The Federal Trade Commission is reporting a substantial increase in a scam by which people are receiving text messages that appear to come from UPS, Federal Express or the U.S. Postal Service indicating that there is a package that has been waiting to be delivered and needs to be claimed.  While this scam has been around for years, it has become more common during the pandemic with more people doing online shopping.  Reproduced below is a copy of one of these text messages.  The text message lures you into clicking on a link to provide information to schedule the delivery.  In one version of this scam the link takes you to what appears to be an Amazon website where you are asked to take a customer satisfaction survey.  You are told that if you will be sent a prize for merely taking the survey and they ask for a credit card number from you to pay for the shipping of your “free” prize.  In other versions of this scam, you are asked under other pretenses for your credit card number for verification purposes.  In both of these instances, the scammer is merely interested in getting your credit card number and making unauthorized charges.  In yet another version of the scam, merely clicking on the link provided will download dangerous malware such as ransomware or keystroke logging malware that can lead to your becoming a victim of identity theft.

Text blurb that says: Thomas, we came across a parcel from March pending for you. Kindly claim ownership and schedule for deliver here: (blurred link).

TIPS

There are a lot of red flags to indicate that this is a scam.  Many of the text messages don’t provide the name of who they purport to be.  If you got a legitimate message from a delivery service, it would indicate which delivery service was sending you the text message.  In addition, the phone number sending you the text message is generally not a phone number used by the USPS, Federal Express or UPS although more sophisticated criminals would be able to “spoof” the number of these legitimate delivery services to make it appear that the text message was trustworthy.  The bottom line is that you should never click on any link in a text message unless you are absolutely sure and have confirmed that it is indeed legitimate.  If you have any concerns that such a text message might be legitimate, you can do a reverse phone lookup to see who actually owns the phone number used to text you or, more simply, call the USPS, Federal Express or UPS to see if anyone actually did send you such a text message whereupon you will be told that they did not.  Federal Express specifically has indicated that it does not send unsolicited text messages. Neither the USPS nor  UPS will send you a text message unless you have already signed up for their text message service.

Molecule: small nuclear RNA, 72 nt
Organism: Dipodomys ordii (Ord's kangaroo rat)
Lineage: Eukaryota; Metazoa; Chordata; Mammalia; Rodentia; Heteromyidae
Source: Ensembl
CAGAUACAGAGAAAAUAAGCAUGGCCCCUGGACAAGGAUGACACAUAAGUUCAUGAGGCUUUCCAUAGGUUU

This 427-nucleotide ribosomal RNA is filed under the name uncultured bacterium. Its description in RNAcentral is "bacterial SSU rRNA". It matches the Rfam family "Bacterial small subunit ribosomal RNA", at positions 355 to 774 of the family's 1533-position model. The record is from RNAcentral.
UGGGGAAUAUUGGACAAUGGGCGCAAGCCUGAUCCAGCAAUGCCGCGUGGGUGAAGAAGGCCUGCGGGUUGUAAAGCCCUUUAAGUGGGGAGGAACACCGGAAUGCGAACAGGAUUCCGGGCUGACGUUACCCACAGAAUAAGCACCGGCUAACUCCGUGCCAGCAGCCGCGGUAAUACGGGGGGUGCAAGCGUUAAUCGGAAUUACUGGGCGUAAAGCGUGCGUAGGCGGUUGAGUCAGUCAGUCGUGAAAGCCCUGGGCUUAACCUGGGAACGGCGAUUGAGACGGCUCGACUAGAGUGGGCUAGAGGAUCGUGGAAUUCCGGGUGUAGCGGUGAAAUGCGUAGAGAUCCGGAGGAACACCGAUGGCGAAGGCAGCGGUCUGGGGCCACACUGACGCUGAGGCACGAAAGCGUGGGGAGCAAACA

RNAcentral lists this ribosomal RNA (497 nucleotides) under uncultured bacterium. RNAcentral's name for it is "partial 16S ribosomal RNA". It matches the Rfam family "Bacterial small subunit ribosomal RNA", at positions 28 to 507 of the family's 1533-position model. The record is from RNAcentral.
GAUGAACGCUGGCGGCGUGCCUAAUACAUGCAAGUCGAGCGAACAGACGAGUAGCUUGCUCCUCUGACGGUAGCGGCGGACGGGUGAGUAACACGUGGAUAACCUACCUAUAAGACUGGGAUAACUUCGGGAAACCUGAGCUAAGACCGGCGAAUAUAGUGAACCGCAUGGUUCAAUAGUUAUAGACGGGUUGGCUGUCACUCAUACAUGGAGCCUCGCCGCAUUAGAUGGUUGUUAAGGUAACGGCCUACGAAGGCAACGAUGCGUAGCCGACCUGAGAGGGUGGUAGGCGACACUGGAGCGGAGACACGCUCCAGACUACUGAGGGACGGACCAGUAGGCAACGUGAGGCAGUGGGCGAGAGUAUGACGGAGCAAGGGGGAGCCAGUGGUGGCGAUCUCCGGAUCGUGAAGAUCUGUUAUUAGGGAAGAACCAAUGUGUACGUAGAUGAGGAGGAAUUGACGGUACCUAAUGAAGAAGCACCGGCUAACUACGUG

For those of you receiving the Scam of the day through an email, I just want to remind you that if you want to see the ever increasing list of Coronavirus scams go to the first page of the http://www.scamicide.com website and click on the tab at the top of the page that indicates “Coronavirus Scams.”  Scamicide was recently cited by the New York Times as one of three top sources for information about Coronavirus related scams.
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